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Part 1 & Prologue: Just Another Species of Big Mammal
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Author:  George Ricker [ Thu Feb 08, 2007 2:24 pm ]
Post subject:  Re: Neanderthal innovation

I suspect part of the reason for that is our human ancestors had to lay quite a bit of ground work before language could emerge.

Consider the gulf that had to be bridged--from the vocalizations and cries of earlier primates to the abstract concepts and symbolization of language. We really did have to learn a whole new way to think about things. It would be fascinating to track the developments from the time we first acquired the mechanical ability for more sophisticated speech, through the earliest inarticulate noises, to the discovery of name-words and meanings, to the idea that words could represent not only the things we saw but the things we imagined and felt, to the realization that words could work together with other words and some ways of putting them together were better than others. And we haven't yet got to full-blown language.

So I think there probably was more going on than we realize.

I also think Diamond is on target in identifying the development of language as one of the chief enablers of the "great leap forward" he talks about.

The Third Chimpanzee is a marvelous piece of work. Jared Diamond has a genuine talent for synthesizing knowledge from a variety of fields and putting it together in ways that make sense. We need more writers with that ability.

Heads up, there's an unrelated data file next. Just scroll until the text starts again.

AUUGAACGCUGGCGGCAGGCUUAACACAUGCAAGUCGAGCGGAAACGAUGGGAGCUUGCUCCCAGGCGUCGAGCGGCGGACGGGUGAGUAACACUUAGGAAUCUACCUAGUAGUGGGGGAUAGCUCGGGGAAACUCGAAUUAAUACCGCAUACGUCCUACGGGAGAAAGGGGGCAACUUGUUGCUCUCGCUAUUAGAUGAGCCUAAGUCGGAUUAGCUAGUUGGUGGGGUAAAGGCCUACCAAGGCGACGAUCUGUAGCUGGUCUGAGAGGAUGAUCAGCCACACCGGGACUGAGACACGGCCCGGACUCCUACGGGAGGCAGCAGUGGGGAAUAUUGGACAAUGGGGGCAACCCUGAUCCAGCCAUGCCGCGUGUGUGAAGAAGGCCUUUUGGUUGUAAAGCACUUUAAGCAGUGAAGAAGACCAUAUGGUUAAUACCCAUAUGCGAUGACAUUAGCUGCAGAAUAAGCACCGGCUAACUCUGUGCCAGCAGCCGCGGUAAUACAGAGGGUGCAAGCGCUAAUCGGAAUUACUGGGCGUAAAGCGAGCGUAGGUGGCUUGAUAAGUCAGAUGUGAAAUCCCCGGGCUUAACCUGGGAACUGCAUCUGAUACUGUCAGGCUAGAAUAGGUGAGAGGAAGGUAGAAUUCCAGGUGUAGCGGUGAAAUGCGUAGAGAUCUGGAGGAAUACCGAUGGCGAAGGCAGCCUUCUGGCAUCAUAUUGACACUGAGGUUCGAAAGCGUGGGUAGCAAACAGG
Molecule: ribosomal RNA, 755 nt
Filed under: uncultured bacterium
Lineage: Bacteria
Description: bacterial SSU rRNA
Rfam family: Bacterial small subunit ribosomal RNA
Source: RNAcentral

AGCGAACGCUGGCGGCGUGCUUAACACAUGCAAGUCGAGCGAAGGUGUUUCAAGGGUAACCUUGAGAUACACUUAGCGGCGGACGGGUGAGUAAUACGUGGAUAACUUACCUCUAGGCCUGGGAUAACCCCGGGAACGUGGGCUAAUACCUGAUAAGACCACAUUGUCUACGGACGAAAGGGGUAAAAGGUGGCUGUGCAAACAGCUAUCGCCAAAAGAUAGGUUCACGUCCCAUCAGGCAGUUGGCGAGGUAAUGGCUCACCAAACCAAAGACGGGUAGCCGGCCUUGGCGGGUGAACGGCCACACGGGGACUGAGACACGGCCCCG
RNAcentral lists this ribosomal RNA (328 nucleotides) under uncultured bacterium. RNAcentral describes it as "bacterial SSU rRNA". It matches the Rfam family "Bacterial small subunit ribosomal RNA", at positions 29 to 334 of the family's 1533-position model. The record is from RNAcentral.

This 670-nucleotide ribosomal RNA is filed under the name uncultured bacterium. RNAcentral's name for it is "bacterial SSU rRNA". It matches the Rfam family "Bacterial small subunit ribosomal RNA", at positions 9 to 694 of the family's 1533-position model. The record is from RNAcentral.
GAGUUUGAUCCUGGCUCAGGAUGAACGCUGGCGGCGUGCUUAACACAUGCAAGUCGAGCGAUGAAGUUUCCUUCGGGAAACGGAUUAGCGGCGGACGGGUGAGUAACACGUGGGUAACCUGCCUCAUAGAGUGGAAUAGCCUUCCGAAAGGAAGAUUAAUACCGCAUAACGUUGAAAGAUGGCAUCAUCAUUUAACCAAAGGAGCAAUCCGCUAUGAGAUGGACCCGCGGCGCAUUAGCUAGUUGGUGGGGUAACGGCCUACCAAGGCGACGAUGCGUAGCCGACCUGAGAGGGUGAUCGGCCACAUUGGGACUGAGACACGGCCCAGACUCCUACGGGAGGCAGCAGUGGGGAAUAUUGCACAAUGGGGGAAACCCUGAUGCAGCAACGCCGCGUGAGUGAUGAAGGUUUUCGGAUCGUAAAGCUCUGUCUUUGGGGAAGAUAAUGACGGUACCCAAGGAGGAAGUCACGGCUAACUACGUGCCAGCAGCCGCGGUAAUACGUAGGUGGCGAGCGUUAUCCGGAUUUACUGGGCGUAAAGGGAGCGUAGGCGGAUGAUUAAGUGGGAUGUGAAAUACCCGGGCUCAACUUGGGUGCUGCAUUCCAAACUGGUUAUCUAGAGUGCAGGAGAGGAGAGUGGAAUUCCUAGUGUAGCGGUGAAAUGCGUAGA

George

"Godlessness is not about denying the existence of nonsensical beings. It is the starting point for living life without them."

Godless in America by George A. Ricker

Edited by: garicker  at: 2/9/07 11:50 am

Author:  MadArchitect [ Thu Feb 08, 2007 5:05 pm ]
Post subject:  Re: Neanderthal innovation

One of the biggest gaps to bridge was probably the capacity to associate an auditory signal with an idea. I don't think we recognize how novel a thing that really is. The word "people" has always struck me as kind of funny-sounding, so it's one of those words that can easily atune me to how bizarre it is that we associate a given set of sounds with a) something physical and tangible, and further b) some abstraction conceived by imagining the physical and tangible in a context that is not immediately present to us. The German philosopher Ernst Cassirer has some very interesting things to say on that matter, cf. "An Essay on Man".


Author:  George Ricker [ Thu Feb 08, 2007 8:10 pm ]
Post subject:  Re: Neanderthal innovation